The Dominique chicken is recognized as America’s first chicken breed. Their exact origins are unknown, but their initial creation may have involved European fowl and later Asian varieties during its refinement. The name “Dominique” may come from birds that were imported from the French colony of modern-day Haiti and were possibly used as part of the development of the Dominique.
Barred chickens with both rose combs and single combs were somewhat common in the eastern United States as early as 1750. As interest in poultry breeding increased, attention was given to develop uniformity in chicken breeds. Early names of these fowl include Blue Spotted Hen, Old Grey Hen, Dominico, Dominic, and Dominicker. The breed was widely known on the east coast as the Dominique.
The Dominique was bred plentifully on American farms as early as the 1820s, where these birds were a popular dual-purpose fowl. In 1871, the New York Poultry Society decided that only the rose-combed Dominique would become the standard for the breed, and single-combed Dominiques were folded into the Plymouth Rock breed – a popular breed in New England, created by crossing large, single comb Dominiques with Java chickens. Dominiques were never used commercially, and the breed was eventually eclipsed on the farm by the gradual shift to the larger Plymouth Rocks. In 1874 the Dominique was officially admitted to the American Poultry Association’s Standard of Perfection.
The breed enjoyed popularity until the 1920s when interest in them waned due to the passing of long-time Dominique enthusiasts and breeders. The breed managed to survive during the Great Depression due to its hardiness and ease of upkeep, but as industrial poultry operations took a foothold in the U.S. after World War II, the Dominique again experienced a decline. By 1970, only 4 known flocks remained, held by: Henry Miller, Edward Uber, Robert Henderson, and Carl Gallaher.
Through the effort of dedicated individuals, the remaining owners were contacted and convinced to participate in a breed rescue. From 1983, following published reports on the breed by The Livestock Conservancy, until 2006, Dominiques steadily rose in numbers. As of 2007, the breed’s enthusiasts have reported that numbers are once again beginning to decline as old-time breeders are no longer involved with keeping and promoting the breed.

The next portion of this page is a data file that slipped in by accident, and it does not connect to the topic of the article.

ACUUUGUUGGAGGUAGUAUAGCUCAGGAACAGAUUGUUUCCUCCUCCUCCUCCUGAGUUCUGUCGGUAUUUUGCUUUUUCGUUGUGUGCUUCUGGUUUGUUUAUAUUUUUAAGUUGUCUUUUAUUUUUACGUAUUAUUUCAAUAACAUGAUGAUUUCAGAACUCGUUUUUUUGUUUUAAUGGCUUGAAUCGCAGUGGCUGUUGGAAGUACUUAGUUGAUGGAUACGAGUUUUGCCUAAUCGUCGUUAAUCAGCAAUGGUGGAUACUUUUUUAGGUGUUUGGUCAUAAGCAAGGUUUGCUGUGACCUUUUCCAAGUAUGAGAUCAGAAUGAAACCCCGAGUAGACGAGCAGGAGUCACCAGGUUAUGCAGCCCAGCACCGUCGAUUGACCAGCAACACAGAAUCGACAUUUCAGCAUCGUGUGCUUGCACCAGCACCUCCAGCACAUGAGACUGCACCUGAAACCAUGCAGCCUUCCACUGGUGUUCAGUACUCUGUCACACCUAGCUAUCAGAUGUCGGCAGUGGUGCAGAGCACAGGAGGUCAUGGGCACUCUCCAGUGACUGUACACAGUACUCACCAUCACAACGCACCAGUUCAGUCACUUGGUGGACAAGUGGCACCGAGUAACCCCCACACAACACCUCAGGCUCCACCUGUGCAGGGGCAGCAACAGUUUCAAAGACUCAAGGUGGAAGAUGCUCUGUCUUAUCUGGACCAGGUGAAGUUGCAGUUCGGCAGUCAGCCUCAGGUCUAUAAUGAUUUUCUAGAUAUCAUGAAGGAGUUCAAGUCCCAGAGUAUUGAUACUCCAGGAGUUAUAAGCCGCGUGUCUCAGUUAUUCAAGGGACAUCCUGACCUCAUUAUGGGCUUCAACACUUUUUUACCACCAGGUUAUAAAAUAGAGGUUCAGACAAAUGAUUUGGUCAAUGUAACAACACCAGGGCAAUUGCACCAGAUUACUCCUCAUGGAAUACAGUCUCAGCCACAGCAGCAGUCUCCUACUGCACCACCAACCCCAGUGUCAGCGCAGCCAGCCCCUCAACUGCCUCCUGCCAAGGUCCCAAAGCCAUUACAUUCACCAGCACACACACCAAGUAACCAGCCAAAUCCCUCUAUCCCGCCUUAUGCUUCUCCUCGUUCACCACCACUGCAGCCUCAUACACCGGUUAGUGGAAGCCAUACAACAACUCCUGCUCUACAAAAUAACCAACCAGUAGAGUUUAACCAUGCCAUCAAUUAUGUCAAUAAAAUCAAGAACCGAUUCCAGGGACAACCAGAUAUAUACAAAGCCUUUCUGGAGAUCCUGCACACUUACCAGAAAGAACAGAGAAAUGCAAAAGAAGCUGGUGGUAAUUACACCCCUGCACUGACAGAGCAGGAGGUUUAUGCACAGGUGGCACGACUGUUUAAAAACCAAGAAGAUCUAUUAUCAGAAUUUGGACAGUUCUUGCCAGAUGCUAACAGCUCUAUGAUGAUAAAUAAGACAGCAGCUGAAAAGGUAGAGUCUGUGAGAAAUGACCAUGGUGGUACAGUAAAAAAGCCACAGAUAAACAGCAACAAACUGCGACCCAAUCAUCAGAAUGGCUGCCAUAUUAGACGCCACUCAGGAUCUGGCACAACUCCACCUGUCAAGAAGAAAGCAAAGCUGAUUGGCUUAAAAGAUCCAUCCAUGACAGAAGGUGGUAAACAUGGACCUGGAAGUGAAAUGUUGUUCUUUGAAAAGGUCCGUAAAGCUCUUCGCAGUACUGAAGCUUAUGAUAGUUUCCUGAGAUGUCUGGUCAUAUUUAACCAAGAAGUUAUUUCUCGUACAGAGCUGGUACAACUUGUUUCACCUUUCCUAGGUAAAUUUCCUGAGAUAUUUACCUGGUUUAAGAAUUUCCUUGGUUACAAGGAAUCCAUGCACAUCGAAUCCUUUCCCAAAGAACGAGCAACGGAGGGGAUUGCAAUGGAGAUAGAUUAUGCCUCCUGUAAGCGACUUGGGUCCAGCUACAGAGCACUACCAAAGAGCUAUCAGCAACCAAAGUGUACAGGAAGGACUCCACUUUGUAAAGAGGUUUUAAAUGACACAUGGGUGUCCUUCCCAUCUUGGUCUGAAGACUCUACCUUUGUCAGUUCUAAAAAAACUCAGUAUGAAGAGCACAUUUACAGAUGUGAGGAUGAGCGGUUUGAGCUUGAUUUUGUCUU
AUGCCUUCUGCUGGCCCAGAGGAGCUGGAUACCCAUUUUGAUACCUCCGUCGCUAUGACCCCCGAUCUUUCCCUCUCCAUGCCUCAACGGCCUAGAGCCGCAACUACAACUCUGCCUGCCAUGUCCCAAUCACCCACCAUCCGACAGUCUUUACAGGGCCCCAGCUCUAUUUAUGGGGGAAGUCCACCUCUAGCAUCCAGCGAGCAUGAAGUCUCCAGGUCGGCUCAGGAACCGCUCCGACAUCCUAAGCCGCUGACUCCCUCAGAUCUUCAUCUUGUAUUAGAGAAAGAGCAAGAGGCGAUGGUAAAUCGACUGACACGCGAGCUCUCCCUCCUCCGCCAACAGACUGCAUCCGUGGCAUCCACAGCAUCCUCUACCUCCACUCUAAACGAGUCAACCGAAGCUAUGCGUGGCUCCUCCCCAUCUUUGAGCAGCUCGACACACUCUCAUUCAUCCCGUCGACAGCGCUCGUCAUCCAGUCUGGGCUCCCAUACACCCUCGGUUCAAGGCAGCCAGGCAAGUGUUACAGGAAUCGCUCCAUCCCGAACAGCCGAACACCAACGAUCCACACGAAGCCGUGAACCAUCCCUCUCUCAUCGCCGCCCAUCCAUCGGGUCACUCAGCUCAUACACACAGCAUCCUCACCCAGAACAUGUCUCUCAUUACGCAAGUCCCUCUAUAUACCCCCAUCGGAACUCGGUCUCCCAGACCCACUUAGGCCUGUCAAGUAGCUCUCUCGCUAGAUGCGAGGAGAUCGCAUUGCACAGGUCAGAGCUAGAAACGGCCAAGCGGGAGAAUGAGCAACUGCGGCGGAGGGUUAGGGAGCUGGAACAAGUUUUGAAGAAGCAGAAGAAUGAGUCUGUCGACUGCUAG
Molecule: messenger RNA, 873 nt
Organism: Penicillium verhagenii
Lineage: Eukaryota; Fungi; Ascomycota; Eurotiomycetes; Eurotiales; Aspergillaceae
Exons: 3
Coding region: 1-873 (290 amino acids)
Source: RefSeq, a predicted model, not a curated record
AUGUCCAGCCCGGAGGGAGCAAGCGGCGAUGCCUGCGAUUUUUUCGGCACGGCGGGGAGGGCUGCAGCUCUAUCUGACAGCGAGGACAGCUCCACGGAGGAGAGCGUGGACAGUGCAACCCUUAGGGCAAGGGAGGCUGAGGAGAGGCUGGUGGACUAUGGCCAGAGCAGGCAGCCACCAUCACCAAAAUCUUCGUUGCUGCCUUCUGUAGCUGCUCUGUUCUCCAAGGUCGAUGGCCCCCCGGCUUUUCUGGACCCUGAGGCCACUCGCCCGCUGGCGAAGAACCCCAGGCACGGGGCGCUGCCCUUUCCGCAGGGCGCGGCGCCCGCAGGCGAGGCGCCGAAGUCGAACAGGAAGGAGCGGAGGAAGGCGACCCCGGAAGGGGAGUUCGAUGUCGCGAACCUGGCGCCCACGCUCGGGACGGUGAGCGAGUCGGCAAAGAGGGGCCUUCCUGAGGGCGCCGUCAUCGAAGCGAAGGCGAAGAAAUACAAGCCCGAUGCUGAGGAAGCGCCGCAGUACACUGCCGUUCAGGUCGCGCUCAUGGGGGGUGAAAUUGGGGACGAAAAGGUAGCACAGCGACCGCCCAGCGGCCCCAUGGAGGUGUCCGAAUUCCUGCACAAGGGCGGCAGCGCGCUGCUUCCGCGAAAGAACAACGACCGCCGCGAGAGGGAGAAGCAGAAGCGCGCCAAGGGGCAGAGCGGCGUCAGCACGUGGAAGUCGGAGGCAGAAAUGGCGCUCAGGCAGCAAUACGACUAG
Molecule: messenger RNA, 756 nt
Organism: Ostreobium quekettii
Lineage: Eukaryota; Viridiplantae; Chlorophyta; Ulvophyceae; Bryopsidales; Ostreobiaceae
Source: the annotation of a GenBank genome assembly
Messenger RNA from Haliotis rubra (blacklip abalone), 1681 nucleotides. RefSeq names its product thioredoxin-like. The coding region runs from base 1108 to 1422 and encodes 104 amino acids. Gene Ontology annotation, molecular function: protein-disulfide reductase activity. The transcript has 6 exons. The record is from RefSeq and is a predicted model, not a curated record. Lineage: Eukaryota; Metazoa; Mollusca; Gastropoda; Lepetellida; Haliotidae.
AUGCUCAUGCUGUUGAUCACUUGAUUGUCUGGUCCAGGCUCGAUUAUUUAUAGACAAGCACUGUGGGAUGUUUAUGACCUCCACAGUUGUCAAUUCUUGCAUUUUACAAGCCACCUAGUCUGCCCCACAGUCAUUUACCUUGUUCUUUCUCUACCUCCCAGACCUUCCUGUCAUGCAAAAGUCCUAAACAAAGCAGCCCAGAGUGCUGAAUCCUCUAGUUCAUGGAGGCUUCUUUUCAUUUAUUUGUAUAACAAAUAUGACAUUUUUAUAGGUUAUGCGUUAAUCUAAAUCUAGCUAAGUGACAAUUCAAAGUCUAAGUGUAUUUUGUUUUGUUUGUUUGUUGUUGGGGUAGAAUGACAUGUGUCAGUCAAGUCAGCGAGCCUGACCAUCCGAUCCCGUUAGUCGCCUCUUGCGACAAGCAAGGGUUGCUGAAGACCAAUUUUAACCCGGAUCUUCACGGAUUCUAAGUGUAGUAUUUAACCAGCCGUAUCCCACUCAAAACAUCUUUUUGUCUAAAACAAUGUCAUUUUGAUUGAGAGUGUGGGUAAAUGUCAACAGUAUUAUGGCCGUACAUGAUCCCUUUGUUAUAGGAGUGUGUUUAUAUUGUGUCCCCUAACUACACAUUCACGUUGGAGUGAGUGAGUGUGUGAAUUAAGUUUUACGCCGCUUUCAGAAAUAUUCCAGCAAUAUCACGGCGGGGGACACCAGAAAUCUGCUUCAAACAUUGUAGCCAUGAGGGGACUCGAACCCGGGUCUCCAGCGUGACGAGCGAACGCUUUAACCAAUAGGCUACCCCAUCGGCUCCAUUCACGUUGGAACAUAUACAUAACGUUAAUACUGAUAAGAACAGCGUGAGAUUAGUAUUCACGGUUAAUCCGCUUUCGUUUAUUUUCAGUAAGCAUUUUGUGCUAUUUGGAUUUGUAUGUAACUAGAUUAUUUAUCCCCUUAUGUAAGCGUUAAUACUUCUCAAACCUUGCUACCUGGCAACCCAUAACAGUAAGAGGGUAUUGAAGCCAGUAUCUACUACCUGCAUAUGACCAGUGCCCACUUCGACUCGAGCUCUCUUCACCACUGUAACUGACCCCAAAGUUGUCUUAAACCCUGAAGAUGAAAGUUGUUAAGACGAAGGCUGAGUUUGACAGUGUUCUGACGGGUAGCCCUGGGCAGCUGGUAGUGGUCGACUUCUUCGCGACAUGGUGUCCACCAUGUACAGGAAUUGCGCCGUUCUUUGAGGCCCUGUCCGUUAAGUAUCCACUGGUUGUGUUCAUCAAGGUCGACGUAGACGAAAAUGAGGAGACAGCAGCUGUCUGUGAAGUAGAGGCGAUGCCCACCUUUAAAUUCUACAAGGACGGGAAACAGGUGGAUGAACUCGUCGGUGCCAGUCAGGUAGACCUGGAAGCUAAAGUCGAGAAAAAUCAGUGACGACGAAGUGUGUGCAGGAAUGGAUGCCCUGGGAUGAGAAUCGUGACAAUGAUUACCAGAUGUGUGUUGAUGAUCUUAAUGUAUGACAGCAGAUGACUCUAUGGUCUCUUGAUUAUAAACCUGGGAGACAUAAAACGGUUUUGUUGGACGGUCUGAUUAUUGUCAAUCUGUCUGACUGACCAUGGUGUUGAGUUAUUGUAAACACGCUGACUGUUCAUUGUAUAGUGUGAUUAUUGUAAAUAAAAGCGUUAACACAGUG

The Dominique is a medium-sized black and white barred bird, also known as “cuckoo” patterned. The barred plumage coloration is also referred to as hawk-colored and serves the Dominique in making it less conspicuous to predators. The Dominique sports a rose comb with a short upward curving spike that is characteristic to this breed. The males average seven pounds and the females five pounds. The Dominique’s tightly arranged plumage, combined with the low profile of the rose comb, makes the breed more resistant to frostbite than many other breeds of fowl. Dominiques are can also adapt well to hot, humid climates. Historically, the close feathering of this breed not only protected the birds in cold weather, but provided ample material for the pillows and featherbeds of their owners.
Dominiques carry their heads high up on well-arched necks. The males of the breed have an almost “u” shaped back outline. Their body is broad and full with long and full tail feathers that are held the highest of the American breeds. Females have back outlines that slope from head to tail. Although categorized as a dual-purpose breed, these birds are first and foremost egg producers with hens historically averaging 230 to 275 small to medium-sized brown eggs.
Did you know:
The Livestock Conservancy is America’s leading organization working to save over 150 heritage breeds from extinction. We rely on the support of our members, grants, and donations from the public to raise the $700,000 a year needed to maintain our conservation work with rare breeds of farm animals. Click here to learn how you can help.